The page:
A study published this week in the advance online publication of the journal Science suggests that yeast may succeed where scientists have not. The research by a team at Whitehead Institute for Biomedical Research reports on a natural biological process by which yeast cells dismantle amyloid fibers.
"These proteins are remarkably stable," says Susan Lindquist, director of Whitehead and lead researcher on the project. "This is the first time that anyone has found anything that can catalytically take apart an amyloid fiber."
The finding follows years of study that has focused on a yeast protein called Sup35, a protein that helps cells translate genetic information into strings of amino acids - the building blocks of protein molecules. Sometimes Sup35 suddenly forms amyloid fibers similar to those found in Alzheimer's patients. In yeast, however, this doesn't kill the cell. Rather, it is part of the cell's normal biology, changing the types of proteins that the cell makes - changes that can sometimes be beneficial.
Previous research in the Lindquist lab described how a protein called Hsp104 seemed to affect Sup35's ability to form amyloid fibers. When a yeast cell contained either high amounts of Hsp104 or none at all, amyloid fibers never formed. But when Hsp104 levels were small, the fibers flourished.
While these types of relationships between chemicals aren't unheard of, "it was counter-intuitive. Both high levels of Hsp104 and the absence of Hsp104 caused the same effect. That certainly made us want to figure out what was going on," says Lindquist, who is also a professor of biology at MIT. "It was hard to come up with a definitive experiment in a living cell that would explain this sort of thing."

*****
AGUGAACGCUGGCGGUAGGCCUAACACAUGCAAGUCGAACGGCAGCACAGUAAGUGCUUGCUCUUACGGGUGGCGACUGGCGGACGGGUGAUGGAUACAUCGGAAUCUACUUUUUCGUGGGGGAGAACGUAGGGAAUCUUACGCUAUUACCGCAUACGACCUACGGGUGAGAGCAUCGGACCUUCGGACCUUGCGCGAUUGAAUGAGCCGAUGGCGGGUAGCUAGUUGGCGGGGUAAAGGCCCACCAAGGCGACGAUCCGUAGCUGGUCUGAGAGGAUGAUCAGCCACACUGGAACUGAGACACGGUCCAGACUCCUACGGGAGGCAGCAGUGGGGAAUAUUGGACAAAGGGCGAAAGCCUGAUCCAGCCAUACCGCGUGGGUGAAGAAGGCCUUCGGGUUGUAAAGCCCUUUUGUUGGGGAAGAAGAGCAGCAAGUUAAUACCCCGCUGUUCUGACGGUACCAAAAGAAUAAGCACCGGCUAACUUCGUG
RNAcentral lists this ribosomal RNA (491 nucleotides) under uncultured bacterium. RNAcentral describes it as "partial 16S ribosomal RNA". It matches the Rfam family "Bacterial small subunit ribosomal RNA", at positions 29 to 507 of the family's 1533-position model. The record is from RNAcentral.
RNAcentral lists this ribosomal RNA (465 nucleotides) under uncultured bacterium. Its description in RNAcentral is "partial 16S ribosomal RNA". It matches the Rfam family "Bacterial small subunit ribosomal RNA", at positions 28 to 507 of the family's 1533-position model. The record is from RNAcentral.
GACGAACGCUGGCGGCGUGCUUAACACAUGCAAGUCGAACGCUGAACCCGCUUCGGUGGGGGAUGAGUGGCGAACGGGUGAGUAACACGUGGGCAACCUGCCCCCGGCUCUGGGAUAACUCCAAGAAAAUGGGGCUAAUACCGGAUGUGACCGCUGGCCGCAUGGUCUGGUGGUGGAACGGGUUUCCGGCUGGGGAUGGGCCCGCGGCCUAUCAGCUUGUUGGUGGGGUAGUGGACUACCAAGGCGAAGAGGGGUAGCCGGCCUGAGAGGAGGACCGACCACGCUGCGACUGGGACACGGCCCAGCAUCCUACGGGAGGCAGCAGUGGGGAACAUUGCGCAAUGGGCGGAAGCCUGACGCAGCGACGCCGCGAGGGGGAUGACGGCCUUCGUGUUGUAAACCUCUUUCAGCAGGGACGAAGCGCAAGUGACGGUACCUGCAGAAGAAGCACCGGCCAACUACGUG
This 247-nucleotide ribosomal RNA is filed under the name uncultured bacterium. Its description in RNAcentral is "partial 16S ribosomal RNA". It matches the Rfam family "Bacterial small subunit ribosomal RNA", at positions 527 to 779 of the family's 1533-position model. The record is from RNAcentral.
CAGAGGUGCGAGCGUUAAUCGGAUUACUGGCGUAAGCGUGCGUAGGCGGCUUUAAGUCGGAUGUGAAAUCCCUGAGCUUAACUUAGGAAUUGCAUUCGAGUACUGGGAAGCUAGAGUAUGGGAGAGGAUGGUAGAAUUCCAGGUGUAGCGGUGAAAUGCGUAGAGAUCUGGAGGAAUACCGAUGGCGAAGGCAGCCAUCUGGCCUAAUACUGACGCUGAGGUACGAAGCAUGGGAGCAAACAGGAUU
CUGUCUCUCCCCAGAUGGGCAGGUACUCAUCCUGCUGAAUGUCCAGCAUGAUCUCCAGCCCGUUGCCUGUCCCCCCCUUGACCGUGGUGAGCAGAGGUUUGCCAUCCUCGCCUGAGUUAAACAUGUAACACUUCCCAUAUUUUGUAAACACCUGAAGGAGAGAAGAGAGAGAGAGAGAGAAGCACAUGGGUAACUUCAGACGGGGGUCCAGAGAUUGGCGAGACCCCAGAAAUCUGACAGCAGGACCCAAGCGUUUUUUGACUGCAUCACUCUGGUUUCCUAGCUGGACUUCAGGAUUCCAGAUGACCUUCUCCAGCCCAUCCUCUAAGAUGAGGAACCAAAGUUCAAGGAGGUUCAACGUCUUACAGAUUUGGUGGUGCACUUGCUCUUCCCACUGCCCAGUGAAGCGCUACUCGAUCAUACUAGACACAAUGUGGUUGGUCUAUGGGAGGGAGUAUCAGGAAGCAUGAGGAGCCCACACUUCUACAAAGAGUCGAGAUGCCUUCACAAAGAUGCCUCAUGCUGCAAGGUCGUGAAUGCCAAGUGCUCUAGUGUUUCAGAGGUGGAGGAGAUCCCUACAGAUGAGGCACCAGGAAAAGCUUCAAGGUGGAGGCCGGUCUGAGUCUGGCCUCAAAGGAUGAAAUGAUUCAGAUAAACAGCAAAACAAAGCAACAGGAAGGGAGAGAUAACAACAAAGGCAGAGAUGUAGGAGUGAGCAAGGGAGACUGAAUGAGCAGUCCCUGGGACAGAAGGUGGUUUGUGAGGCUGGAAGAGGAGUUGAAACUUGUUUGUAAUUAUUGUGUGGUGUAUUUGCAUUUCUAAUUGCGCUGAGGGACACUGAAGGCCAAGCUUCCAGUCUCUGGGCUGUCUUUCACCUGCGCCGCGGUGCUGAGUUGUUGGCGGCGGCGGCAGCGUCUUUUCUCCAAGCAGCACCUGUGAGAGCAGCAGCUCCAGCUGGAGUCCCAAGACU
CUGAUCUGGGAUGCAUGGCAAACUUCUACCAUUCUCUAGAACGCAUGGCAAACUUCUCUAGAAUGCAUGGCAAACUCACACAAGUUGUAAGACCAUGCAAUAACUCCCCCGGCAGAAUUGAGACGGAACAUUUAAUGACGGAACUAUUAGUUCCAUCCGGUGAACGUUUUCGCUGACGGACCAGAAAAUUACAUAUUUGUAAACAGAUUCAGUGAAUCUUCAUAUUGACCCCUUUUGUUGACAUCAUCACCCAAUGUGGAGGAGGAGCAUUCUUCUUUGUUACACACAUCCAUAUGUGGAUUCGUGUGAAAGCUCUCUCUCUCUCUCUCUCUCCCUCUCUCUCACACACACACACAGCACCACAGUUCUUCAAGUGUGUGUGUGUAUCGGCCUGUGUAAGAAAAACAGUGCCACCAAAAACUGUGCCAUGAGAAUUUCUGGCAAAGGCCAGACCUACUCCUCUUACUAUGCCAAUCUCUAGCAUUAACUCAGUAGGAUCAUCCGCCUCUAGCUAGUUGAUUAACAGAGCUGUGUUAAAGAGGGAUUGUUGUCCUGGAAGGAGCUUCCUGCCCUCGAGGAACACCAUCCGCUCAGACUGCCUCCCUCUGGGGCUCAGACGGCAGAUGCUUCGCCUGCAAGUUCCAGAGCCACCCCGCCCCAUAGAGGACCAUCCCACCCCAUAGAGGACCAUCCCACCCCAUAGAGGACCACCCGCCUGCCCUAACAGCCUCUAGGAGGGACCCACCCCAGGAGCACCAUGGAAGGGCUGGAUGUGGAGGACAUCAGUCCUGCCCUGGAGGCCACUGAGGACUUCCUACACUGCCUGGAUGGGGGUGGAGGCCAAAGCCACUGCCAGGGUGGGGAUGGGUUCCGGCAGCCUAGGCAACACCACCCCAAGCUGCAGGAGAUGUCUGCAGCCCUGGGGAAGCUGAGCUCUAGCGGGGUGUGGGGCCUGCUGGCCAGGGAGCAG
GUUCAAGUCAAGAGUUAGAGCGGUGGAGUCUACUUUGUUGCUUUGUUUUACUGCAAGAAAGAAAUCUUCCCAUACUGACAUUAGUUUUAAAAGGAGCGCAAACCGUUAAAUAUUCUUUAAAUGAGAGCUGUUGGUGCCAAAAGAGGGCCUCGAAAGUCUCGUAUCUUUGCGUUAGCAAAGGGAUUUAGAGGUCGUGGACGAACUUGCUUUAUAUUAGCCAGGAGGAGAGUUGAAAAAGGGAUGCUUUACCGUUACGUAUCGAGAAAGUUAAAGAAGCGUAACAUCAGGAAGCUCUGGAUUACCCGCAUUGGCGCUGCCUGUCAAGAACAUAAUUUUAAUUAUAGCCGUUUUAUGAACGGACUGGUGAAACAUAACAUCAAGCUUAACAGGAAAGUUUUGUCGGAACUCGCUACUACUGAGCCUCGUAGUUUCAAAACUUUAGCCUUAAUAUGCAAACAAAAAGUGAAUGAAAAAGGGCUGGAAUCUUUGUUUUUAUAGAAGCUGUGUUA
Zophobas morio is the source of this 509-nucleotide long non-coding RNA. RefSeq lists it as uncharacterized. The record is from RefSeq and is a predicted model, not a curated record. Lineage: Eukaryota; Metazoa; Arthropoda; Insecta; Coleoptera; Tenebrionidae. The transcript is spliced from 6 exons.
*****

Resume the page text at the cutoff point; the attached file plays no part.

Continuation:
In this new study, Lindquist and postdoctoral researcher James Shorter isolated Sup35 and Hsp104. Here they saw that small amounts of Hsp104 catalyzed the formation of amyloid fibers, but large levels of the protein actually caused the fibers to dissolve.
"Given their resilient structure, the fact that a protein can take apart these amyloids is remarkable," says Lindquist. "It has huge implications for our understanding of the protein folding process in amyloid-related conditions."
This research also may contribute to scientists' understanding of evolution. Prions, those infectious proteins implicated in conditions such as mad cow disease, are a subclass of amyloids. In yeast cells, Sup35 technically is a prion, although it is not toxic to the cell. Many researchers suspect that because prions have been so well conserved in yeast for hundreds of thousands of years, they must serve some sort of evolutionary purpose - and that's where Hsp104 comes in.
Hsp104 belongs to a class of proteins that sometimes are influenced by environmental factors. It is conceivable, Shorter explains, that a yeast cell in one type of environment can experience an abundance of Hsp104, which would then keep Sup35 from forming amyloid fibers in that cell. But put that cell in a different environment and the result may be a more moderate level of Hsp104 that would, in turn, create amyloid fibers in Sup35, changing how that protein functions and ultimately altering the cell's biology. And because these changes could then be passed on to subsequent generations of cells, this, the scientists note, would be an example of environment guiding the evolutionary process.
"This is speculation that hasn't been demonstrated yet," says Shorter. "For obvious reasons it's hard to prove any evolutionary argument. But this paper is one indication that this might be the case."